Professor of Biology
firstname.lastname@example.org | 541-346-5360 | Klamath 249C
ACADEMIC AREAS: Biology, Developmental Biology, Microbiology
The goal of my teaching is to introduce students to the thinking process and practice of an experimental scientist, fostering logical reasoning, skepticism, and independent research.
- PhD: Biochemistry, Stanford University, 1998
- BA: Biochemical Sciences, Harvard College, 1991
Since joining the UO faculty in 2001, I have taught both undergraduate and graduate courses in the areas of microbiology and genetics. I have mentored many undergraduate, graduate, and postdoctoral researchers in my laboratory who have published seminal research papers in the field of host-microbe systems biology. In 2012 I founded the Microbial Ecology and Theory of Animals (META) Center for Host-Microbe Systems Biology, which serves as a nexus for interdisciplinary research on host-microbe research across the UO campus.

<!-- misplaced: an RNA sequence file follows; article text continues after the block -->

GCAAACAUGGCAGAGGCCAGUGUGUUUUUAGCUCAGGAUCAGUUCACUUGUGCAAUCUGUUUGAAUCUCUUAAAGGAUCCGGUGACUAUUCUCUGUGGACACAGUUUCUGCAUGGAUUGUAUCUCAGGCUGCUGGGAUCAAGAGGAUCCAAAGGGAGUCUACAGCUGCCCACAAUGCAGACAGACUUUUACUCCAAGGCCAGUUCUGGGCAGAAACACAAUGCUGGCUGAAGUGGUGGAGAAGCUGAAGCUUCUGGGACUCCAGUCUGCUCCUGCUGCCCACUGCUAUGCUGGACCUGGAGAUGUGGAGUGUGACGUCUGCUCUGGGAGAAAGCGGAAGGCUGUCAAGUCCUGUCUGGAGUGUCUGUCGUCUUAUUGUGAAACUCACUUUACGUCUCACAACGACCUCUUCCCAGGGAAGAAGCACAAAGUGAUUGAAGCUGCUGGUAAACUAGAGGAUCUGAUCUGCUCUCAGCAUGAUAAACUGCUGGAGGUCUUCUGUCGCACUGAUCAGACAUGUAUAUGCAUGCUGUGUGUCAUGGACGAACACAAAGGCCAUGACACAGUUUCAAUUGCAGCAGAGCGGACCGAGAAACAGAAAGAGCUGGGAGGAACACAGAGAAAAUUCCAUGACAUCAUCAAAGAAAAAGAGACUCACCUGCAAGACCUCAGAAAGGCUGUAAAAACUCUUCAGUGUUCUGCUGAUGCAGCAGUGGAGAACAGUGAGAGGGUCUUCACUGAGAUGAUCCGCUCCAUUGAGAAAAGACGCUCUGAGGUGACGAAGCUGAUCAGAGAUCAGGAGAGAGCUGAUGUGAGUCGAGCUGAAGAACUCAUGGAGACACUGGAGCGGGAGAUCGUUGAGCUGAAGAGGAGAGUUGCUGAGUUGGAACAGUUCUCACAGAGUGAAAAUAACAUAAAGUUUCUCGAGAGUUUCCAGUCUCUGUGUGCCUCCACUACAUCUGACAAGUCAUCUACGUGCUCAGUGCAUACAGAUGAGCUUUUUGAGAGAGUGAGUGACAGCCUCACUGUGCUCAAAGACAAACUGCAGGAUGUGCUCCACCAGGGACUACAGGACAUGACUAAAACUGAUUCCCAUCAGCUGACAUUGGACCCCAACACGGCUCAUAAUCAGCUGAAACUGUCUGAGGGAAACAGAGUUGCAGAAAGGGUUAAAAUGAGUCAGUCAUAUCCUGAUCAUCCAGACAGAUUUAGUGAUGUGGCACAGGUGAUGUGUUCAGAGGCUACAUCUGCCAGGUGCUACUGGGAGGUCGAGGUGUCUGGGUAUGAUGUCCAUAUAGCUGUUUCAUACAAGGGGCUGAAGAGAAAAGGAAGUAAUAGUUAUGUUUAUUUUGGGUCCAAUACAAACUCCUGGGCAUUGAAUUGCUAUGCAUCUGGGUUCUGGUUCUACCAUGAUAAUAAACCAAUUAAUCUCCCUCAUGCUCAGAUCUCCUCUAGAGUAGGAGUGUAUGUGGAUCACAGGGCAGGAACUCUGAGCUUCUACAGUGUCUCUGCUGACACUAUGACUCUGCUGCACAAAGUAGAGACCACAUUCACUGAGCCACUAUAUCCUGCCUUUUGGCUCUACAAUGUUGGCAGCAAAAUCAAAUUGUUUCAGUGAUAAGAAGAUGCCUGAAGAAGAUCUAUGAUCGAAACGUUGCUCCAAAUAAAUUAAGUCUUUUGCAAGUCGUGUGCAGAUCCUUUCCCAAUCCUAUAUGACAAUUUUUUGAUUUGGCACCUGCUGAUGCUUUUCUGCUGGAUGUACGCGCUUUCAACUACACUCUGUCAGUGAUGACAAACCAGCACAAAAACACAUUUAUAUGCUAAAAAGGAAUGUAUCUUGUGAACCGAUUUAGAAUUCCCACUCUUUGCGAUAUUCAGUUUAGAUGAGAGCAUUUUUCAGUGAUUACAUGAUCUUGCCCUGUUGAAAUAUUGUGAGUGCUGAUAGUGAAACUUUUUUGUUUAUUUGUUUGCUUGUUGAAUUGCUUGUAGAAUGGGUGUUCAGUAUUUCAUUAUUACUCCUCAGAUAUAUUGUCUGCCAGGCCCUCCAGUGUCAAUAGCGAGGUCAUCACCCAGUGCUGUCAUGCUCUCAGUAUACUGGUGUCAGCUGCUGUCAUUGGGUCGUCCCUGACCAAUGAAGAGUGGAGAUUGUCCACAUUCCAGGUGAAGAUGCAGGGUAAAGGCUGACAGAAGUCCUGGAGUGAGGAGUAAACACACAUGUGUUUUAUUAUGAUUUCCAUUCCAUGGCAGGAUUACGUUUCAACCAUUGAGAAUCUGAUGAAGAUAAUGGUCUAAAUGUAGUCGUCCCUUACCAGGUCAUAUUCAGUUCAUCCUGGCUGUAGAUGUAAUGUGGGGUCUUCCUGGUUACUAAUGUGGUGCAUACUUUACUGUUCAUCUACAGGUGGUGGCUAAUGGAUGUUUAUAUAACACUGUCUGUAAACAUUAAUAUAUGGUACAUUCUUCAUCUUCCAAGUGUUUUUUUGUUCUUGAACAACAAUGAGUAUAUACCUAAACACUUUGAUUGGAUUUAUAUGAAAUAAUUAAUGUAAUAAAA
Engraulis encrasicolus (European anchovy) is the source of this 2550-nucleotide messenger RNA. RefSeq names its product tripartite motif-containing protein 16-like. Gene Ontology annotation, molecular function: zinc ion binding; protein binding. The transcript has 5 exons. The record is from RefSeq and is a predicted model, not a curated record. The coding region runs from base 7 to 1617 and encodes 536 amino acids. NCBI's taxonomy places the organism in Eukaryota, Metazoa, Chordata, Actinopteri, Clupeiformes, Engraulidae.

Research Interests & Current Projects
My research explores the ways in which animals coexist with microorganisms in relationships that can be beneficial or pathogenic. My laboratory uses experimental animal models that can be reared under sterile conditions to evaluate the impact of resident microbes on the development and function of the intestine, the pancreas, and the immune system. Our work provides mechanistic insights into the growing list of human diseases associated with perturbed resident microbial communities or microbiomes. Our future research is geared toward harnessing our knowledge to engineer host-microbe systems that promote healthful mutualisms.